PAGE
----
Workforce

How to hire millennials

stylized professionals

The federal IT community has gotten a tremendous amount of attention lately, but one critical issue has been missing from the conversation: the massive IT workforce transition that will take place in the next few years as the government begins to integrate the millennial generation.

Overall, the federal IT workforce trends toward the baby boomers. Forty-eight percent of federal IT workers are over the age of 50, and 32 percent are projected to become eligible for retirement by 2017. Millennials, defined as people born between 1980 and 2000, currently constitute just 10 percent of the federal IT workforce, while private-sector employers have twice that representation.

The federal government cannot afford to continue to under-represent this critical group, not only because of upcoming retirement shifts but also because this "digital-first" generation has the potential to bring significant technical innovation to the delivery of government services.

Our research shows that millennials require a different set of hiring and engagement strategies. Here are a few key steps that agencies can take to stand out and influence this critical demographic.

1. Use social media, but don't overestimate it. Although millennials are more likely than other generations to use social media to learn about organizations, our research shows that less than a third of millennials actually trust the information they receive there. Across all generations, job seekers place the most trust in friends and family, underscoring the importance of using employee advocates to build potential applicant pools.

2. Don't stop recruiting once you get a resume. Millennials participate in the same number of job interviews as candidates from other generations, but they receive 12.5 percent more offers. Thus, the competition for this demographic continues from applications through to offers. Therefore, agencies should create employment brand messages that help candidates make informed decisions based on the agencies' missions.

3. Optimize your website for mobile. Millennials are more likely than other generations to use mobile devices to learn about employers. The number of people looking at job listings and prospective employers on their smartphones and tablets will continue to grow, but a striking two-thirds of organizations have yet to optimize their career websites for mobile devices.

4. Emphasize personal development. Our research shows that future career opportunities are one of the most important attributes in this generation's decision to select an employer. Candidates need to see opportunities to learn quickly and make a difference on the job. However, just 36 percent of federal employees under the age of 30 are satisfied with their opportunities to get better jobs in their organizations, according to the Office of Personnel Management's Federal Employee Viewpoint Survey (FedView). To close that gap, managers should highlight potential career maps and growth opportunities to give millennial candidates and employees a sense of longer-term options.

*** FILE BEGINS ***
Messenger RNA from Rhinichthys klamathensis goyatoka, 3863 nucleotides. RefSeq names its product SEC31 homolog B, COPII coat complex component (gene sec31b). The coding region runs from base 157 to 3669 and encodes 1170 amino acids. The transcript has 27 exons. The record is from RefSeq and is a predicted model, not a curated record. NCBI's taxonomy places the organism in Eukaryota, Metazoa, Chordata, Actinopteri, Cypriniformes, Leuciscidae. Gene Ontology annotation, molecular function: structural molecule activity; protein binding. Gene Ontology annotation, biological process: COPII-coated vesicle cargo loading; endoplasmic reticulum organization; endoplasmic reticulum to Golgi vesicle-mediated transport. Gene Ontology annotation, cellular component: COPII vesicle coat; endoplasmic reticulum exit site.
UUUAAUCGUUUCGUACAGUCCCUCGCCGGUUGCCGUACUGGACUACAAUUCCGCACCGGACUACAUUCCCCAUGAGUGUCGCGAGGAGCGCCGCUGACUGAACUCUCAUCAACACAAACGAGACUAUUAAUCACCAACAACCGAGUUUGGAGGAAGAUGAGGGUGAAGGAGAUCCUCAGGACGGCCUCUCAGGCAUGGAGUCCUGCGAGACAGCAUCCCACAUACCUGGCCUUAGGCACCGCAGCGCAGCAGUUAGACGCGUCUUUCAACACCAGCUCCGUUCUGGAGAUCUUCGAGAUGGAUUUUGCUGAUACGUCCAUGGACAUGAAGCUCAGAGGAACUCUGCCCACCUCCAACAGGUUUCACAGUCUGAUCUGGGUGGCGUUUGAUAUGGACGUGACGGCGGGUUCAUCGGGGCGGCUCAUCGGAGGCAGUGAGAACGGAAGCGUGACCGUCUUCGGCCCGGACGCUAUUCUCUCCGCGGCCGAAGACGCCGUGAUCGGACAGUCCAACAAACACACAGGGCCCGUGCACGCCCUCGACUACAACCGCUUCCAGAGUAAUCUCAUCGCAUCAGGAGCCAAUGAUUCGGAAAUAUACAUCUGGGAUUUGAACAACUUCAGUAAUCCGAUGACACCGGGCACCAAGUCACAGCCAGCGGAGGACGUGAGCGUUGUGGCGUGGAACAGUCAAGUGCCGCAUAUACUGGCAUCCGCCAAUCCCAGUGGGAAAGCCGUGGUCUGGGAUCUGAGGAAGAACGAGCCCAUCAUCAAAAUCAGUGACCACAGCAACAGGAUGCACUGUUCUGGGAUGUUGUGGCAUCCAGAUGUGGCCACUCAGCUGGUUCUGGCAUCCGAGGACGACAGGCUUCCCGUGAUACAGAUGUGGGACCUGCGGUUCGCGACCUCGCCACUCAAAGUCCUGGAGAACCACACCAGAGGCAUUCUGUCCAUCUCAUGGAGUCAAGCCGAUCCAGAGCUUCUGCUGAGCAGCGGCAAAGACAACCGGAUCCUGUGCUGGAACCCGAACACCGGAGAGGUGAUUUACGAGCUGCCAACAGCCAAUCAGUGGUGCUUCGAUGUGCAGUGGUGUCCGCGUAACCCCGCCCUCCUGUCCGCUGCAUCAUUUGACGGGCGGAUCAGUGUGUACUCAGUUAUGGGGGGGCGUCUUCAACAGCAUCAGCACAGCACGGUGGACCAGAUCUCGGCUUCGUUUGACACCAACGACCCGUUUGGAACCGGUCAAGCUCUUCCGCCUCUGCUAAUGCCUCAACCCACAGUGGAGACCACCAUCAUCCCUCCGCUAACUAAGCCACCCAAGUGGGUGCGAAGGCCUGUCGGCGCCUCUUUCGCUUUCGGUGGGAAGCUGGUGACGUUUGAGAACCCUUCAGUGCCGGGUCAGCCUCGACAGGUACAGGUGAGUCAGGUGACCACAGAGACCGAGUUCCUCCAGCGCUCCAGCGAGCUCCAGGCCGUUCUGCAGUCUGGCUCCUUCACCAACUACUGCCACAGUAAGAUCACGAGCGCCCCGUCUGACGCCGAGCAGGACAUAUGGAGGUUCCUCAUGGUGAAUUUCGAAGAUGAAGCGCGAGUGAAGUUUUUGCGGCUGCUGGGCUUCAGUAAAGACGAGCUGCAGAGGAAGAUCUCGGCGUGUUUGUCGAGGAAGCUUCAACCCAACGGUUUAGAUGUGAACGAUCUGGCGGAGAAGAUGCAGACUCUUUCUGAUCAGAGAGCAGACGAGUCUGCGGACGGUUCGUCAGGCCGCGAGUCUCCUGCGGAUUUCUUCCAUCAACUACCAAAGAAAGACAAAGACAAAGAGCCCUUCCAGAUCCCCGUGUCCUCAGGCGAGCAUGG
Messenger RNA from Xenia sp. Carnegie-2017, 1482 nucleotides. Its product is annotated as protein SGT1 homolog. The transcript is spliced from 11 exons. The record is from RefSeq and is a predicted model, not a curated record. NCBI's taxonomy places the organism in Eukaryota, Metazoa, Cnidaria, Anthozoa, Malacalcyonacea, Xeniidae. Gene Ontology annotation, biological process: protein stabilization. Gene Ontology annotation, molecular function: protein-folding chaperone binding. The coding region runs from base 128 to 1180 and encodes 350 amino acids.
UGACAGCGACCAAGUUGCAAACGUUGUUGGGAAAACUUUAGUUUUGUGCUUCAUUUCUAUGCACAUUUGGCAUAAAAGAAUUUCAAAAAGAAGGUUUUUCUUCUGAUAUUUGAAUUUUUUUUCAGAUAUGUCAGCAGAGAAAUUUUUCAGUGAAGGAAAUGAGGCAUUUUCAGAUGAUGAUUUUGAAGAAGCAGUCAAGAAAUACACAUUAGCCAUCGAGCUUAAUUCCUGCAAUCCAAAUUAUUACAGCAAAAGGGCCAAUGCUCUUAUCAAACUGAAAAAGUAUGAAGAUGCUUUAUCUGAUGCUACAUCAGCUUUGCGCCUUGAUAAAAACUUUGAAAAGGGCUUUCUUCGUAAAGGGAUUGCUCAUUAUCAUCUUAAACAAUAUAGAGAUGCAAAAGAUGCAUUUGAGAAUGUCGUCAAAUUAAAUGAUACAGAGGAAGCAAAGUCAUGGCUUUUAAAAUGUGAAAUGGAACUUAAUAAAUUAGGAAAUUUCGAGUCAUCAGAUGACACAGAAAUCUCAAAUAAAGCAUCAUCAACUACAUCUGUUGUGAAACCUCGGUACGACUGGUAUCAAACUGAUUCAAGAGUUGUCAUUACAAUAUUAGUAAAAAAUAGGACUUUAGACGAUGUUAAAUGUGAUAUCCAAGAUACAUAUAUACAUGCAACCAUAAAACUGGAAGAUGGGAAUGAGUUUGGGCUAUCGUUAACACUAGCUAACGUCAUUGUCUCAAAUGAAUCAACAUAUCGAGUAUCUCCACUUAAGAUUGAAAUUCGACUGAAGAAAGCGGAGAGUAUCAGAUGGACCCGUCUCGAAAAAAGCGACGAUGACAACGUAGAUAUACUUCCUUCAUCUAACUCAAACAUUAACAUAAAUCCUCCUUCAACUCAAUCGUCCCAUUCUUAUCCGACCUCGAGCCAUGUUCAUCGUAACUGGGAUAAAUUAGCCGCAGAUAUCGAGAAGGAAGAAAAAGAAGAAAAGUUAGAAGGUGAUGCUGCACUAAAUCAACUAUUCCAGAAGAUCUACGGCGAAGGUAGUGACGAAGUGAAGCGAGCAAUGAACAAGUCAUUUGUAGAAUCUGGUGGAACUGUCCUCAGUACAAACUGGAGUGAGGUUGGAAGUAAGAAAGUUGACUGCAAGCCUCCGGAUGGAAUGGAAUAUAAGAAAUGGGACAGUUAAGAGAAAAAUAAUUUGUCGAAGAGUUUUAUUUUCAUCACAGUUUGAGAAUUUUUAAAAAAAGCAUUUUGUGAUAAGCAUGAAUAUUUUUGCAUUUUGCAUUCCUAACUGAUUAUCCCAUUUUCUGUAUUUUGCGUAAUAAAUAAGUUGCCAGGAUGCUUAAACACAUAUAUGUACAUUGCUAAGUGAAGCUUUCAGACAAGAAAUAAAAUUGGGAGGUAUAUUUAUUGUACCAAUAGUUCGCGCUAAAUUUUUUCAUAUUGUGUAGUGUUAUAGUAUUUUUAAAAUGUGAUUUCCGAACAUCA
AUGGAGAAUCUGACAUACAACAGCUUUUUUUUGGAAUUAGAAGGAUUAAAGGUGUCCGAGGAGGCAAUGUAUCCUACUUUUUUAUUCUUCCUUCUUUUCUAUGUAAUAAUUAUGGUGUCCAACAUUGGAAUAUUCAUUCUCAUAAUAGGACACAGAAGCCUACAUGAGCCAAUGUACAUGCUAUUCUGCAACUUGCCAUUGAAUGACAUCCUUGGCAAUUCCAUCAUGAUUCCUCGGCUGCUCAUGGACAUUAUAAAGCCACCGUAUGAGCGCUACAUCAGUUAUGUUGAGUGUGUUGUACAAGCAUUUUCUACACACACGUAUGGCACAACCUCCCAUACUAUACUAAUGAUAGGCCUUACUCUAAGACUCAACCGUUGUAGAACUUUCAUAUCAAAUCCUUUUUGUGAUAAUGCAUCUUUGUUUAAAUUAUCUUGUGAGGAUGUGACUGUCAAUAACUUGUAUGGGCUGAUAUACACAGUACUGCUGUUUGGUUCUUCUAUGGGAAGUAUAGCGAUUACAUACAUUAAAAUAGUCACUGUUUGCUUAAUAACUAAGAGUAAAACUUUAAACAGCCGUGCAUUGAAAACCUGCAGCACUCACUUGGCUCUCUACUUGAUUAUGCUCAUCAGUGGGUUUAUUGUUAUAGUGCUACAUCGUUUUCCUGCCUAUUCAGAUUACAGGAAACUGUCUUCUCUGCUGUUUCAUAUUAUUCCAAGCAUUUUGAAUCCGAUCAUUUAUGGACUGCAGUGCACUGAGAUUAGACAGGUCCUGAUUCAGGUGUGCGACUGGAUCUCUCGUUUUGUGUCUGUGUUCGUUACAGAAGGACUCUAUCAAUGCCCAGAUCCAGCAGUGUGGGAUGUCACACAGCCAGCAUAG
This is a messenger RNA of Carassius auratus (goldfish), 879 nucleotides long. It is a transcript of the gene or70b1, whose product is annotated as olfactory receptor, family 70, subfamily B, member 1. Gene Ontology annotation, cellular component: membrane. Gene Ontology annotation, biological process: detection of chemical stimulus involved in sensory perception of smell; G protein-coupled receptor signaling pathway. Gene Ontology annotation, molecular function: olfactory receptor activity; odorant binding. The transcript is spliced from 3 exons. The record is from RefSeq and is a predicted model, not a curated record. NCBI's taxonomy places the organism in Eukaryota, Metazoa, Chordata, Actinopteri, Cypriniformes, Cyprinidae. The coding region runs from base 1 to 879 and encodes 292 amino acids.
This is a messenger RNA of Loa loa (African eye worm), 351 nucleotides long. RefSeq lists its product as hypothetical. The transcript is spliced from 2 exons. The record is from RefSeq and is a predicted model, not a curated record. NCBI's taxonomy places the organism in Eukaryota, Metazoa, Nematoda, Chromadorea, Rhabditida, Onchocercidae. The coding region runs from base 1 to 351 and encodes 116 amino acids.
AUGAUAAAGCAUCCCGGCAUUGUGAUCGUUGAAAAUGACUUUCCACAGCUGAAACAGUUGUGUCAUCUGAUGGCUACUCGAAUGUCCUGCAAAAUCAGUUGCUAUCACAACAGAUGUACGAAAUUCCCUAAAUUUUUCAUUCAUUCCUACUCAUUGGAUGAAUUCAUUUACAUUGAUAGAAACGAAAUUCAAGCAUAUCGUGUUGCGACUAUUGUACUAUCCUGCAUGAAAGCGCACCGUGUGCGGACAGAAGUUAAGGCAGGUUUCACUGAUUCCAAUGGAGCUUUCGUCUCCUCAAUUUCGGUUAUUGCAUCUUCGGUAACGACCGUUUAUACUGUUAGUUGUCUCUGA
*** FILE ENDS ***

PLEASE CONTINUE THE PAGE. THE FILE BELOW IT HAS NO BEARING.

5. Encourage creativity and innovation. According to our research, innovation and empowerment are also very important to millennials. Innovation is a particularly strong engagement driver for IT employees. However, FedView shows that just 35 percent of federal employees under 30 believe that creativity and innovation are rewarded. Millennial IT workers have unique perspectives to bring to discussions about the delivery of government services, and their managers need to ensure that their perspectives are considered and respected.

Millennials have an important role to play in accelerating progress toward the future of government IT services in the digital era. With an understanding of what they look for in a job, agencies can adapt their recruitment and engagement strategies to attract and retain this key segment.

About the Authors

Jean Martin is an executive director at CEB, a member-based advisory company.

Kris van Riper is a managing director at CEB.

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Reader comments

Wed, Sep 3, 2014

7) While you're at it, assume that the older workers don't care about things, like personal development and innovation; that there's no need to figure out how to maximize the talents resident in a multigenerational workforce; and that these new employees aren't going to grow up and start to care about the things that all the generations before them cared about, starting with paying a mortgage. Is succession planning important? Yes. Is obsession planning around a stage of development potentially harmful to an organization? Also yes. Be careful that the baby and bath water don't meet.

Fri, Aug 29, 2014

6) Make work look like a game.

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